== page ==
If you want to have a decent meal of Italian food and wine in Bern, I have just the place for you. It is within five minutes of the parliament building, the Bundeshaus, so – if you are in the Swiss capital on important state business – after your high level negotiations you can stroll along to the Theaterplatz and climb the stairs to the first floor in happy anticipation of a most pleasant evening. For you will have arrived at the Ristorante Lorenzini.
If the weather is clement, you will probably wish to sit outside in the pretty little area which is illustrated in my picture. The evening of my visit was chilly, so I trundled over to a corner table in the long, brightly-lit dining room. I liked its atmosphere – very much that of a successful brasserie. My feet rested on a floor of dark wood, the tablecloths were of white paper and the waiters sported white aprons. Service, overseen by Bruno Masciulli, was efficient and very friendly. I sat back on my black wooden chair and expected the food to be straightforward, tasty and thoroughly enjoyable.
And my expectation was entirely fulfilled. Bresaola with rocket, parmesan, olive oil and lemon was good in all its parts. Then came the highlight of the meal: cappelletti pasta (a cousin of ravioli) with butter and cheese – so simple, but so well done. My meat was lamb – six chops full of flavour, with broccoli and roast potatoes. This was a generous portion. I finished with a really good version of tiramisu. (83 Swiss francs for these four courses.)
Since Italian winemakers are now doing such brilliant work, I wanted to go to Italy for my drinking. (I am happy to report that the waiters at Lorenzini produce good Spiegelau glasses for the better wines.). Not that those of you whose loyalties lie elsewhere will be disappointed. The list whizzes round the world to some purpose, and you can stop off in California for 1998 Opus One (350 francs), or in Bordeaux for 1996 Chateau Lascombes (120 francs), or in Spain for 1997 Vega Sicilia Valbuena (170 francs).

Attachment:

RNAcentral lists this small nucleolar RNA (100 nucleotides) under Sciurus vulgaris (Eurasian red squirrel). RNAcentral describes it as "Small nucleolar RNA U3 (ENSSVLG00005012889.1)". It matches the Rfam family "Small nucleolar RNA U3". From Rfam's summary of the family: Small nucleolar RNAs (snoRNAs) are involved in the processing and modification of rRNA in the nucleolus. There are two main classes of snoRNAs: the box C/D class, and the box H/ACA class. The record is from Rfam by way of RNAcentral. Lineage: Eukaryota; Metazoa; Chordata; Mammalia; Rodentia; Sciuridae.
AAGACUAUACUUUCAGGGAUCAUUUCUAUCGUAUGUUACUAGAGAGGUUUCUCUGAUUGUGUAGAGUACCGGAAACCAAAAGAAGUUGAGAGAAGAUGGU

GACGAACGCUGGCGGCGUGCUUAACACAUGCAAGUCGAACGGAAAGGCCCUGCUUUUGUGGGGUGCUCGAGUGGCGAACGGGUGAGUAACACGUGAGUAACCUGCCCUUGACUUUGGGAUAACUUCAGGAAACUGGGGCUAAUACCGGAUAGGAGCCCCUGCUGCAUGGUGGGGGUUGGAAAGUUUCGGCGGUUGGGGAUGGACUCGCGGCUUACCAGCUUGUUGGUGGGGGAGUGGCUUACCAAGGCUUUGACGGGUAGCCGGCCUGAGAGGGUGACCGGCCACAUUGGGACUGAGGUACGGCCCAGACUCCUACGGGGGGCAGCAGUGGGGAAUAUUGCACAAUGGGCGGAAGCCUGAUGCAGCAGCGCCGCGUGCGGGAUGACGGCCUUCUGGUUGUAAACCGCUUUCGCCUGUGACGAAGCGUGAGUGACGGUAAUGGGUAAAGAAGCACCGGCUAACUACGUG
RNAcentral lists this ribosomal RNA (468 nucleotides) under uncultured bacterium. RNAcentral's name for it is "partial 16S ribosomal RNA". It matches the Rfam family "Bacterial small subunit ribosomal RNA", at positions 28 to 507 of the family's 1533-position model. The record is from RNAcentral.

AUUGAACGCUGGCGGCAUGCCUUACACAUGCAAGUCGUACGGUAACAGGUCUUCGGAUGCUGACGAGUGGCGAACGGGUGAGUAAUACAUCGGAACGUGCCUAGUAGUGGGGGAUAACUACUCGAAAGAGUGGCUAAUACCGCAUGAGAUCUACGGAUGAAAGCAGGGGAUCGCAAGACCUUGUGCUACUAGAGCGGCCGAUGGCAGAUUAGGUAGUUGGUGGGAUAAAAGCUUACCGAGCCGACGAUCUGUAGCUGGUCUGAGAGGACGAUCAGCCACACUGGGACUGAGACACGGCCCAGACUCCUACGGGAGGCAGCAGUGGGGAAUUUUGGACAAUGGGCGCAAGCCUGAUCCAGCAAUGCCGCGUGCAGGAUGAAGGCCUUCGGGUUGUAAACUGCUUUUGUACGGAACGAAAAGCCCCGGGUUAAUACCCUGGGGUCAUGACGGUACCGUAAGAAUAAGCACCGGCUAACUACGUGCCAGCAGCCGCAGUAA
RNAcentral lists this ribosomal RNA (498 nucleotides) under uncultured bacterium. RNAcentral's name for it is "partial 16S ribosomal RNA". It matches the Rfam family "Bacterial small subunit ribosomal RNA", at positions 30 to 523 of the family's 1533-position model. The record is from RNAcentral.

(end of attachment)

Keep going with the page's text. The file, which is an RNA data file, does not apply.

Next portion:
But the strength of the cellar, of course, is Italy – with 2000 Tignanello at 165 francs and 1999 Sassicaia at 250 francs. My white from Piedmont was well structured and was possessed of discreet fruit (Roero Arneis, Terre Dei Rotari, La Brenta d’Oro, 2004 – 44 francs). And my red was a magnificent bottle. I have admired Luce before. The bottle is one of the most elegant currently produced. Its contents are wonderful. This 2000 vintage was stern, tannic, massive, bursting with ripe black fruit, with a sense of new mown grass in the nose and hints of chocolate in the mouth. I relished this wine. It yielded a level of enjoyment which I found quite other-worldly. (Luce, Marchese di Frescobaldi & Robert Mondavi, Montalcino, 2000 – 159 francs.)
After dinner I wandered the mediaeval streets of Bern in a state of calm contentment. Good, simple Italian food and brilliant Italian wine has that sort of effect on me. If you go to the Ristorante Lorenzini, it might have the same sort of effect on you.